It was the voice of an Afrikin Brother which thus spoke to me. There was a cullud procession before me which was escortin a elderly bald-hedded Afrikin to his home in Bates Alley. This distinguished Afrikin Brother had just returned from Lybery, and in turnin a corner puty suddent I hed stumbled and placed my hed agin his stummick in a rather strengthy manner.

"Do you wish to impede the progress of this procession, sah?"

"Certainly not, by all means! Procesh!"

And they went on.

I'm reconstructing my show. I've bo't a collection of life size wax figgers of our prominent Revolutionary forefathers. I bo't 'em at auction, and got 'em cheap. They stand me about two dollars and fifty cents (2 dols. 50 cents) per Revolutionary forefather.

Ever as always yours,

A. WARD.

7.7. SCENES OUTSIDE THE FAIR GROUNDS.

There is some fun outside the Fair Ground. Any number of mountebanks have pitched their tents there, and are exhibiting all sorts of monstrosities to large and enthusiastic audiences. There are some eloquent men among the showmen. Some of them are Demosthenic. We looked around among them during the last day we honored the Fair with our brilliant presence, and were rather pleased at some things we heard and witnessed.

The man with the fat woman and the little woman and the little man was there.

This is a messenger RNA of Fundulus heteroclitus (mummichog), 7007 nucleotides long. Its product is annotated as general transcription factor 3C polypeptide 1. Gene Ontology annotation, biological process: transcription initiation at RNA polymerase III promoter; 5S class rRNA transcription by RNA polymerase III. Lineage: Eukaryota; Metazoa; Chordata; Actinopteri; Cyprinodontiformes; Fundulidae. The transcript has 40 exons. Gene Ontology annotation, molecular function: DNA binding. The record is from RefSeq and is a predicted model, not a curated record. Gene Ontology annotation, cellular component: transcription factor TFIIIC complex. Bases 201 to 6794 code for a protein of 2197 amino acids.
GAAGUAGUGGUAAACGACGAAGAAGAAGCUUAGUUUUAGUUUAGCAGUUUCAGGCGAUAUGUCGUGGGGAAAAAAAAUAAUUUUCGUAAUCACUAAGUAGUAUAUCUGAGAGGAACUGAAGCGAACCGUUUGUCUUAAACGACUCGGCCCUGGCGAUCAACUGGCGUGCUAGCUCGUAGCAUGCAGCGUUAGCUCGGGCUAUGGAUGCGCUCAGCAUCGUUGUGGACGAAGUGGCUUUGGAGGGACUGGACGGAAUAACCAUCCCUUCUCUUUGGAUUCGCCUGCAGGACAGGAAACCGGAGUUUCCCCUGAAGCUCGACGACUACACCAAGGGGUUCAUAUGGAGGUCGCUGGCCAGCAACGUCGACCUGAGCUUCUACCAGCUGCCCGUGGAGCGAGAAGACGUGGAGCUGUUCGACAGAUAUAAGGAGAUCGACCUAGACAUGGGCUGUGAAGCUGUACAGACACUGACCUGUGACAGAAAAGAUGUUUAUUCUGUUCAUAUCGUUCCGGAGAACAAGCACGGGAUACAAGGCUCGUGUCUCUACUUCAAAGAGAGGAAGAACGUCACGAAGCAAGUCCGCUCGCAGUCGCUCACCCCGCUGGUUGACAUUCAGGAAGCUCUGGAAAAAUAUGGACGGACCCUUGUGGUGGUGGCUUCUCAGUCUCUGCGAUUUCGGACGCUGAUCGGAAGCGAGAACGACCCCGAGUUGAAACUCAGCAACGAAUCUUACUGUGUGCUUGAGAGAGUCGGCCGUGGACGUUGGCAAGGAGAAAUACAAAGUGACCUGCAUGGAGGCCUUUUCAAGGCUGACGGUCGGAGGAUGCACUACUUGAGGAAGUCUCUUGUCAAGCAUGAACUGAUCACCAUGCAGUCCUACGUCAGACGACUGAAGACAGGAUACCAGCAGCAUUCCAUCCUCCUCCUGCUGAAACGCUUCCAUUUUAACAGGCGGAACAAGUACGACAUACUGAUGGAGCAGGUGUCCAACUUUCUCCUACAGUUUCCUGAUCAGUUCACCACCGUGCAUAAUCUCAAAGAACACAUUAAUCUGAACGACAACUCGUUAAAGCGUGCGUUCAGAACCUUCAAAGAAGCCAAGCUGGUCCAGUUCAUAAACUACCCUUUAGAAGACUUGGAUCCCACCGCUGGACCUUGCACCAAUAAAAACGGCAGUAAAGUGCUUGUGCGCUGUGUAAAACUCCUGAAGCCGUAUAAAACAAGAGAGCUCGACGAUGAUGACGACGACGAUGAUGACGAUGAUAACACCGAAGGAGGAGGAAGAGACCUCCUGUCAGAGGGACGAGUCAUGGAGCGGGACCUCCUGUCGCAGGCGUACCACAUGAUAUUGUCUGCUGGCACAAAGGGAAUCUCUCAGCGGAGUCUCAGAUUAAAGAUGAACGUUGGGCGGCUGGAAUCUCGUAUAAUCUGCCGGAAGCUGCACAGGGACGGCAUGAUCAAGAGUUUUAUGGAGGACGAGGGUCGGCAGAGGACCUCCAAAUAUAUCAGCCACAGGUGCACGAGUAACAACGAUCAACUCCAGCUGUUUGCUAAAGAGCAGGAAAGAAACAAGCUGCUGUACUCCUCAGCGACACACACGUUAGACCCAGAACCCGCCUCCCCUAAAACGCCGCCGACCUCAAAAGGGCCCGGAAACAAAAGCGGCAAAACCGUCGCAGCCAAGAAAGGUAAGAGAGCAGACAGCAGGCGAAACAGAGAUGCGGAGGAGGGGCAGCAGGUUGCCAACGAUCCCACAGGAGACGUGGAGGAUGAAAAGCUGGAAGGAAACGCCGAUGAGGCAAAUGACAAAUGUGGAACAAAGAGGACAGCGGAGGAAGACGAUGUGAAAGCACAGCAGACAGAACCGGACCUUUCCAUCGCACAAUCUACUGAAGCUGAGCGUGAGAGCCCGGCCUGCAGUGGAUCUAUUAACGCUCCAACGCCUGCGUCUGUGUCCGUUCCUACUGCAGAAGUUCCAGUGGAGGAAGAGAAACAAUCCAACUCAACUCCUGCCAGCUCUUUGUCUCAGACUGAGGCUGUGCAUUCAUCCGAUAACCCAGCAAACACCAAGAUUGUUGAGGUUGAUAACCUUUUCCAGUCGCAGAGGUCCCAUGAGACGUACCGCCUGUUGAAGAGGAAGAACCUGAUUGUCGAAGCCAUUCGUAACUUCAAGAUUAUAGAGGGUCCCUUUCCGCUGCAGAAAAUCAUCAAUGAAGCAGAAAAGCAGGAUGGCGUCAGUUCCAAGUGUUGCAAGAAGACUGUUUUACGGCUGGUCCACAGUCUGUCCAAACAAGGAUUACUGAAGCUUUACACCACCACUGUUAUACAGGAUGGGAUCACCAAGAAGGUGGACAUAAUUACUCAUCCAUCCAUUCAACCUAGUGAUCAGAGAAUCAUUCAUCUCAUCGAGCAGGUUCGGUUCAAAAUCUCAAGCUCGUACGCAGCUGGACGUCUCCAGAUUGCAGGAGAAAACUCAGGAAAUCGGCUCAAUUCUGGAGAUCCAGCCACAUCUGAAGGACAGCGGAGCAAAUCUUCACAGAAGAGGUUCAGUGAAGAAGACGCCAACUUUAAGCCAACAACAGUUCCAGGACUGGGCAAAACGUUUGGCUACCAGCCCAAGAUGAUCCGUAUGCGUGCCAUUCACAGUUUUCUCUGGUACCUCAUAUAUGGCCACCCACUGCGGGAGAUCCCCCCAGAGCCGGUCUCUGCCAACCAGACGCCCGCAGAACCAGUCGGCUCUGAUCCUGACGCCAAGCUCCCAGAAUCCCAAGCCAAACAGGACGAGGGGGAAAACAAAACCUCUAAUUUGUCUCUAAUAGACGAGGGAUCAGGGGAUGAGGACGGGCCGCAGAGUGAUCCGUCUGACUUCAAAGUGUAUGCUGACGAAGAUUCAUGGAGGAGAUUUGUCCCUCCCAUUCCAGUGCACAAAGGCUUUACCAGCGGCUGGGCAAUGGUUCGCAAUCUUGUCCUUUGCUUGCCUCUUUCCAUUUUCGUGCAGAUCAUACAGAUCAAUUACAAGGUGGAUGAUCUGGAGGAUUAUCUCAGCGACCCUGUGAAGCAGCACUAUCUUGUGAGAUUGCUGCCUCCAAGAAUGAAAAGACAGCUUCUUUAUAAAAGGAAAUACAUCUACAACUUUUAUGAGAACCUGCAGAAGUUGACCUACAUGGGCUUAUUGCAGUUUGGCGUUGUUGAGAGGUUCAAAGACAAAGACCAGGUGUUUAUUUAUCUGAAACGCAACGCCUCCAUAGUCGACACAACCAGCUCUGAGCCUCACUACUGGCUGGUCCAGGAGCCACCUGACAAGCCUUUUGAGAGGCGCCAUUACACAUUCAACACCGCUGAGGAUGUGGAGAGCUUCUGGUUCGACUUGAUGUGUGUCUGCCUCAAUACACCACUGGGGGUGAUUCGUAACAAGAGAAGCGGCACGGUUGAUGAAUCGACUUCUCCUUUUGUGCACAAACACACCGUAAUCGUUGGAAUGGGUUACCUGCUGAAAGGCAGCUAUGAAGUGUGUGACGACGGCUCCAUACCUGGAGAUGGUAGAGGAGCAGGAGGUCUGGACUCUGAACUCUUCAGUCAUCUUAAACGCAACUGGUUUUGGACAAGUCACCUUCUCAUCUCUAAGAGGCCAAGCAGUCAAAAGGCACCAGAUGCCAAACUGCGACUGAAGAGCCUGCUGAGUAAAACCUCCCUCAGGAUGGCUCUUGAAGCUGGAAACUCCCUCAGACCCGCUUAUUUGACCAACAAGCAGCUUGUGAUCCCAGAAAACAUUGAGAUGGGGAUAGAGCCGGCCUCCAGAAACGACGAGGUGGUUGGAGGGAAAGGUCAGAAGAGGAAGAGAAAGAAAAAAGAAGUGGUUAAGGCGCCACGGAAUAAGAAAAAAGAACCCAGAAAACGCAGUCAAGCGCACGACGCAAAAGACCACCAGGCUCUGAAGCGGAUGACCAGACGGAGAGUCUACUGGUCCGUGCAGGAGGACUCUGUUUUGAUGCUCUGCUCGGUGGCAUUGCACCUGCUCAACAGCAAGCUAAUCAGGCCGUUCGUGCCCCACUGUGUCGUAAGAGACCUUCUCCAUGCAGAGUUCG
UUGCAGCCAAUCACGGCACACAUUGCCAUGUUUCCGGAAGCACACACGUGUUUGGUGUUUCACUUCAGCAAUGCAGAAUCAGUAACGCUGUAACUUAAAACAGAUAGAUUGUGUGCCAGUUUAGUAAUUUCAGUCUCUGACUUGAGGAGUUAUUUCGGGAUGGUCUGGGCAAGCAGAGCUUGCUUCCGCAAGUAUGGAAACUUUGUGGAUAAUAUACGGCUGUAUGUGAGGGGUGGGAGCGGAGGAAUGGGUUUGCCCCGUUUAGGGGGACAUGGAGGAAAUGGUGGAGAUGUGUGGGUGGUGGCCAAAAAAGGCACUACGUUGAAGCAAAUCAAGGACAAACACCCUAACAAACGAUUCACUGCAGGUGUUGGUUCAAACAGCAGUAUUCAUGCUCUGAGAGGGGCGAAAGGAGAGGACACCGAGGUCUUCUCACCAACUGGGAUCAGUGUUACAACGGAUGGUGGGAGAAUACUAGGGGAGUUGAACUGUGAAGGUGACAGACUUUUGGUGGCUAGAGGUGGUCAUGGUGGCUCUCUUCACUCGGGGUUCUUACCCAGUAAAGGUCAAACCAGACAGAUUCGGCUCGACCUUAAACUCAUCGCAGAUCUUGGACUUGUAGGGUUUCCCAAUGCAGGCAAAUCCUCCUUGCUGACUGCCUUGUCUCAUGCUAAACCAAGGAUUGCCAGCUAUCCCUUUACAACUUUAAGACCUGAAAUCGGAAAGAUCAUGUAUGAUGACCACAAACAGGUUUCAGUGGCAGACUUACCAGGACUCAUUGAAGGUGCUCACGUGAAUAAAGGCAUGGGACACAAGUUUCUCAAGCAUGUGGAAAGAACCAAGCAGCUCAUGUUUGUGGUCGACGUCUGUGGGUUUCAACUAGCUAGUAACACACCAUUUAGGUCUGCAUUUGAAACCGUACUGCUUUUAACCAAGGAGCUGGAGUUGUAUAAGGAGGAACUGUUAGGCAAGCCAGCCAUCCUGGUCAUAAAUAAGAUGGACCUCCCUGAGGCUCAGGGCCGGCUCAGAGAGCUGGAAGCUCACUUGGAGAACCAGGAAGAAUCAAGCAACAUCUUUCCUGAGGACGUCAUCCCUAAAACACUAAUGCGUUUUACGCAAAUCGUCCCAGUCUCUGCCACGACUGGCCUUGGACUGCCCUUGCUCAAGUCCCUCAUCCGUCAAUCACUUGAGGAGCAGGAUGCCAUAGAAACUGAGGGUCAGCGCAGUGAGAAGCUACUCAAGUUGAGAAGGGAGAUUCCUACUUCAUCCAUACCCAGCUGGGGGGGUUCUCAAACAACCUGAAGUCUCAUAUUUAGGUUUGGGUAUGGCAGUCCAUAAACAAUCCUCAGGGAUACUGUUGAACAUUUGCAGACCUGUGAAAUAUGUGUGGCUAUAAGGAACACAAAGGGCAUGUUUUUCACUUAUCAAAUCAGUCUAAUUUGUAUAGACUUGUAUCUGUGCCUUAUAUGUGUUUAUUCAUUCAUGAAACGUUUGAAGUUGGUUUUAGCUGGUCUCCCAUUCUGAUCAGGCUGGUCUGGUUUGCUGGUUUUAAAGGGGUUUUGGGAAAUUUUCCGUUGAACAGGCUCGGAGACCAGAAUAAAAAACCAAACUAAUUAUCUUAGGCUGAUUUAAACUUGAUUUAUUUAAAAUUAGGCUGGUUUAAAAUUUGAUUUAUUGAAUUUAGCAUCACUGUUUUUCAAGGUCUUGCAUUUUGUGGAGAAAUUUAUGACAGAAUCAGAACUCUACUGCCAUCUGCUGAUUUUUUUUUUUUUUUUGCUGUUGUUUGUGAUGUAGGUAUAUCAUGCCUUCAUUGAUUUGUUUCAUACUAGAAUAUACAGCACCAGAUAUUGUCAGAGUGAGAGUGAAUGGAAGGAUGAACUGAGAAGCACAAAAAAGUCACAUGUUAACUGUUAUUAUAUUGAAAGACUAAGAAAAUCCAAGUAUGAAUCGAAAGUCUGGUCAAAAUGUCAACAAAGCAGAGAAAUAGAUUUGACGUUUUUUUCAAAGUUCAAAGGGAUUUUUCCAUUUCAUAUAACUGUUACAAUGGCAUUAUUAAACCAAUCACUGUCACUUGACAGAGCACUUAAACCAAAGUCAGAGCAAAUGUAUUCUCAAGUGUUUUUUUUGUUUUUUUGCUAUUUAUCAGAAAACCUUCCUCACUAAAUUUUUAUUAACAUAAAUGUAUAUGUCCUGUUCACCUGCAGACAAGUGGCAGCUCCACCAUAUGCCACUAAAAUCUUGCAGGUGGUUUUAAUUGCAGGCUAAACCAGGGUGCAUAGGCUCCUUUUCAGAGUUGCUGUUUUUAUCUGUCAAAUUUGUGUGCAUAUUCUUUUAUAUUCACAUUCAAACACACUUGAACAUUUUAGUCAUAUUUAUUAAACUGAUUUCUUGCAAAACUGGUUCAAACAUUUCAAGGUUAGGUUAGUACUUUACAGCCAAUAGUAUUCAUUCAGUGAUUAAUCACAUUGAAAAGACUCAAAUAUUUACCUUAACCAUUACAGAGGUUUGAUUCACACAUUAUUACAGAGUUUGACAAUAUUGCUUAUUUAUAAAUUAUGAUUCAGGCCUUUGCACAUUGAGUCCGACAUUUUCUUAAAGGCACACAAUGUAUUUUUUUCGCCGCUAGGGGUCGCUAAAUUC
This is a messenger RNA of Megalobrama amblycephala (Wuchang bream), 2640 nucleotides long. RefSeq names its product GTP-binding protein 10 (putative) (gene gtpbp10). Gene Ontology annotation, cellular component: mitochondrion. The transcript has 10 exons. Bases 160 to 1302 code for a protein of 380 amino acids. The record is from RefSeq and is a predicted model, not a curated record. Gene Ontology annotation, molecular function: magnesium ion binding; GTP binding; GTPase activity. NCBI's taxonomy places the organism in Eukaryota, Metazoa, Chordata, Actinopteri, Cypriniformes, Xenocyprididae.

"'Ere's a show, now," said he, "worth seeing. 'Ere's a entertainment that improves the morals. P.T. Barnum--you've all hearn o' him. What did he say to me? Sez he to me, sez P.T. Barnum, 'Sir, you have the all-firedest best show travelin!'--and all to be seen for the small sum of fifteen cents!"

The man with the blue hog was there. Says he, "Gentle-MEN, this beast can't turn round in a crockery crate ten feet square, and is of a bright indigo blue. Over five hundred persons have seen this wonderful BEING this mornin, and they said as they come out, 'What can these 'ere things be? Is it alive? Doth it breathe and have a being? Ah yes,' they say, 'it is true, and we have saw a entertainment as we never saw afore. 'Tis nature's [only fifteen cents--'ere's your change, sir] own sublime hand-works'--and walk right in."

The man with the wild mare was there.

"Now, then, my friends, is your time to see the gerratist queeriosity in the livin' world--a wild mare without no hair-- captered on the roarin wild prahayries of the far distant West by sixteen Injuns. Don't fail to see this gerrate exhibition. Only fifteen cents. Don't go hum without seein the State Fair, an' you won't see the State Fair without you see my show. Gerratist exhibition in the known world, an' all for the small sum of fifteen cents."

Two gentlemen connected with the press here walked up and asked the showman, in a still small voice, if he extended the usual courtesies to editors. He said he did, and requested them to go in. While they were in some sly dog told him their names. When they came out the showman pretended to talk with them, though he didn't say a word. They were evidently in a hurry.